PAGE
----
Lee, Wee S., Rong, Nan, Hsu, David

Point-based algorithms have been surprisingly successful in computing approximately optimalsolutions for partially observable Markov decision processes (POMDPs) in high dimensional belief spaces. In this work, we seek to understand the belief-space properties that allow some POMDP problems to be approximated efficiently and thus help to explain the point-based algorithms' success often observed inthe experiments. We show that an approximately optimal POMDP solution can be computed in time polynomial in the covering number of a reachable belief space, which is the subset of the belief space reachable from a given belief point. We also show that under the weaker condition of having a small covering number for an optimal reachable space, which is the subset of the belief space reachable under an optimal policy, computing an approximately optimal solution is NPhard. However, given a suitable set of points that "cover" an optimal reachable spacewell, an approximate solution can be computed in polynomial time. The covering number highlights several interesting properties that reduce the complexity ofPOMDP planning in practice, e.g., fully observed state variables, beliefs with sparse support, smooth beliefs, and circulant state-transition matrices.

We present a novel POMDP planning algorithm called heuristic search value iteration (HSVI).HSVI is an anytime algorithm that returns a policy and a provable bound on its regret with respect to the optimal policy. HSVI gets its power by combining two well-known techniques: attention-focusing search heuristics and piecewise linear convex representations of the value function. HSVI's soundness and convergence have been proven. On some benchmark problems from the literature, HSVI displays speedups of greater than 100 with respect to other state-of-the-art POMDP value iteration algorithms. We also apply HSVI to a new rover exploration problem 10 times larger than most POMDP problems in the literature.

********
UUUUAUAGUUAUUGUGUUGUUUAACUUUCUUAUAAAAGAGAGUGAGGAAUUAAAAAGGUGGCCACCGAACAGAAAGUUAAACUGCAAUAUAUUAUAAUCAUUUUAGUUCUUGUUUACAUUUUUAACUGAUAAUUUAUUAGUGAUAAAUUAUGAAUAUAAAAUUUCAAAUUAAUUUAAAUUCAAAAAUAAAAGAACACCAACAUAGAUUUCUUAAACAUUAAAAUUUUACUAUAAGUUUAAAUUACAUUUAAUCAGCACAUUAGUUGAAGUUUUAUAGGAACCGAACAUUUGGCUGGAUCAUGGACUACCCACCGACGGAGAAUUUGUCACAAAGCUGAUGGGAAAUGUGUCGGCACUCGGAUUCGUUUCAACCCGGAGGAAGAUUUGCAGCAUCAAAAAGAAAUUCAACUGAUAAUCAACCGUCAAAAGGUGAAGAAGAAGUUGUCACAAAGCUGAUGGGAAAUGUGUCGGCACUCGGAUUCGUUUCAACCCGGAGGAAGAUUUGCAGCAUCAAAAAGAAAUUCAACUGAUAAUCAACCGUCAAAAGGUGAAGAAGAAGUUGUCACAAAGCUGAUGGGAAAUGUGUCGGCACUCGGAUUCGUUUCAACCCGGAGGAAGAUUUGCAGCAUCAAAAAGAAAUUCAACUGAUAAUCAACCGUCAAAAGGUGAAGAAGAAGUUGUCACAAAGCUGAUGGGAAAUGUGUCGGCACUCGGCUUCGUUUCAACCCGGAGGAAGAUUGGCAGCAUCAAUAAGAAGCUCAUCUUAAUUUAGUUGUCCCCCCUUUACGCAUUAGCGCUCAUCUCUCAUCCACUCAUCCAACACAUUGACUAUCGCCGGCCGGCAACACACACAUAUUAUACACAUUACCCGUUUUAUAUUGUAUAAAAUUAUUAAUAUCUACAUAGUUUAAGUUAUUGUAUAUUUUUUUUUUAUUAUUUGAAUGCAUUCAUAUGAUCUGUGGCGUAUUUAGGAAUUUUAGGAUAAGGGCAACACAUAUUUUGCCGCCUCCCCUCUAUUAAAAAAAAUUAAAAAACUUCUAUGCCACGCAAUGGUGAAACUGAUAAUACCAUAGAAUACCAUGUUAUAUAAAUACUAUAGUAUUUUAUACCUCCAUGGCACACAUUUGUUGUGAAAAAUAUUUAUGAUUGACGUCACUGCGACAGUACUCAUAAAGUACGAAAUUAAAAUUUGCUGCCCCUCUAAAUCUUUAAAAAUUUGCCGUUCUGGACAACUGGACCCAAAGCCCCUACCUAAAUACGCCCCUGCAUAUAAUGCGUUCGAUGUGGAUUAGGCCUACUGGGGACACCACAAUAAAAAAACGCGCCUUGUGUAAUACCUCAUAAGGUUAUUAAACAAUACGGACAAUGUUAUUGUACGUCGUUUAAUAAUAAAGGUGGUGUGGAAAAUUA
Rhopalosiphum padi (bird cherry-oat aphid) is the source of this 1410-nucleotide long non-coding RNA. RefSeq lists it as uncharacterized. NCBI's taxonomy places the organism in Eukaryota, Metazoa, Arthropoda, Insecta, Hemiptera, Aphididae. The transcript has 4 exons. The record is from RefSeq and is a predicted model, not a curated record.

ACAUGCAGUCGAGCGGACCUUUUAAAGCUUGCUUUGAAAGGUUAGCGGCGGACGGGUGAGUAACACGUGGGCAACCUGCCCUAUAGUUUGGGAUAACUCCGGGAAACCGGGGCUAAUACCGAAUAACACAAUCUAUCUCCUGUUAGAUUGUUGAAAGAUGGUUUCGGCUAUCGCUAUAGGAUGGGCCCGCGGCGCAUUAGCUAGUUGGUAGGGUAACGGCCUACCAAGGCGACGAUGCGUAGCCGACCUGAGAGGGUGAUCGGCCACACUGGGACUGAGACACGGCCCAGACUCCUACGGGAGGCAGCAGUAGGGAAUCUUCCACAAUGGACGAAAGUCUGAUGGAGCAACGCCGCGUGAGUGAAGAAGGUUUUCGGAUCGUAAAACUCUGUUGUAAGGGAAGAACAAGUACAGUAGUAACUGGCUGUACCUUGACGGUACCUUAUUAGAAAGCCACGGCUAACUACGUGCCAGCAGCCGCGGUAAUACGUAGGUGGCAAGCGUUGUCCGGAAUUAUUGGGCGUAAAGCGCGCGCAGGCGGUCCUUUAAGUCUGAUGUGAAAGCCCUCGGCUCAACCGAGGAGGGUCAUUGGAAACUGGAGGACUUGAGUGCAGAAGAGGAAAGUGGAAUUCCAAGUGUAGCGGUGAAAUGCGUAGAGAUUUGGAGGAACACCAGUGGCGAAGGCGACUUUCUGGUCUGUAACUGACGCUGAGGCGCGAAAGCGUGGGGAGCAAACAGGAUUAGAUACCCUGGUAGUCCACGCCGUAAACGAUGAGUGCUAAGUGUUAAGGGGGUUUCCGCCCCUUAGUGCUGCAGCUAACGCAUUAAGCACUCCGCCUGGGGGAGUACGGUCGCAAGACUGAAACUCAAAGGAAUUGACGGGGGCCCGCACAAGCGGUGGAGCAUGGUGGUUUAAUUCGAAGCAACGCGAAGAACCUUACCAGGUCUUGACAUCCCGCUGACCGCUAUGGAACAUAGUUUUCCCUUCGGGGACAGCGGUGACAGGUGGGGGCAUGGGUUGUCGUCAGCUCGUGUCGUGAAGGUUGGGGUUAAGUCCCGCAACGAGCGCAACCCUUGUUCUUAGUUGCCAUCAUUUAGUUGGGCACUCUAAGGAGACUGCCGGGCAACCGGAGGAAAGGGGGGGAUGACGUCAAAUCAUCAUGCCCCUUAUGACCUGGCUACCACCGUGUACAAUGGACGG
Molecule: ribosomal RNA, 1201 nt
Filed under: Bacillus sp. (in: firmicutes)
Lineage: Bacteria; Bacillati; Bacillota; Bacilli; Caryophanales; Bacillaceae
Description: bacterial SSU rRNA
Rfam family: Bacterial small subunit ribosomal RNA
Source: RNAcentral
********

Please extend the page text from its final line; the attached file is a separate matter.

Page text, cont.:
Partially observable Markov decision processes (POMDPs) form an attractive and principled framework for agent planning under uncertainty. Point-based approximate techniques for POMDPs compute a policy based on a finite set of points collected in advance from the agent's belief space. We present a randomized point-based value iteration algorithm called Perseus. The algorithm performs approximate value backup stages, ensuring that in each backup stage the value of each point in the belief set is improved; the key observation is that a single backup may improve the value of many belief points. Contrary to other point-based methods, Perseus backs up only a (randomly selected) subset of points in the belief set, sufficient for improving the value of each belief point in the set. We show how the same idea can be extended to dealing with continuous action spaces. Experimental results show the potential of Perseus in large scale POMDP problems.

Partially observable Markov decision processes (POMDPs) form an attractive and principled framework for agent planning under uncertainty. Point-based approximate techniques for POMDPs compute a policy based on a finite set of points collected in advance from the agents belief space. We present a randomized point-based value iteration algorithm called Perseus. The algorithm performs approximate value backup stages, ensuring that in each backup stage the value of each point in the belief set is improved; the key observation is that a single backup may improve the value of many belief points. Contrary to other point-based methods, Perseus backs up only a (randomly selected) subset of points in the belief set, sufficient for improving the value of each belief point in the set. We show how the same idea can be extended to dealing with continuous action spaces. Experimental results show the potential of Perseus in large scale POMDP problems.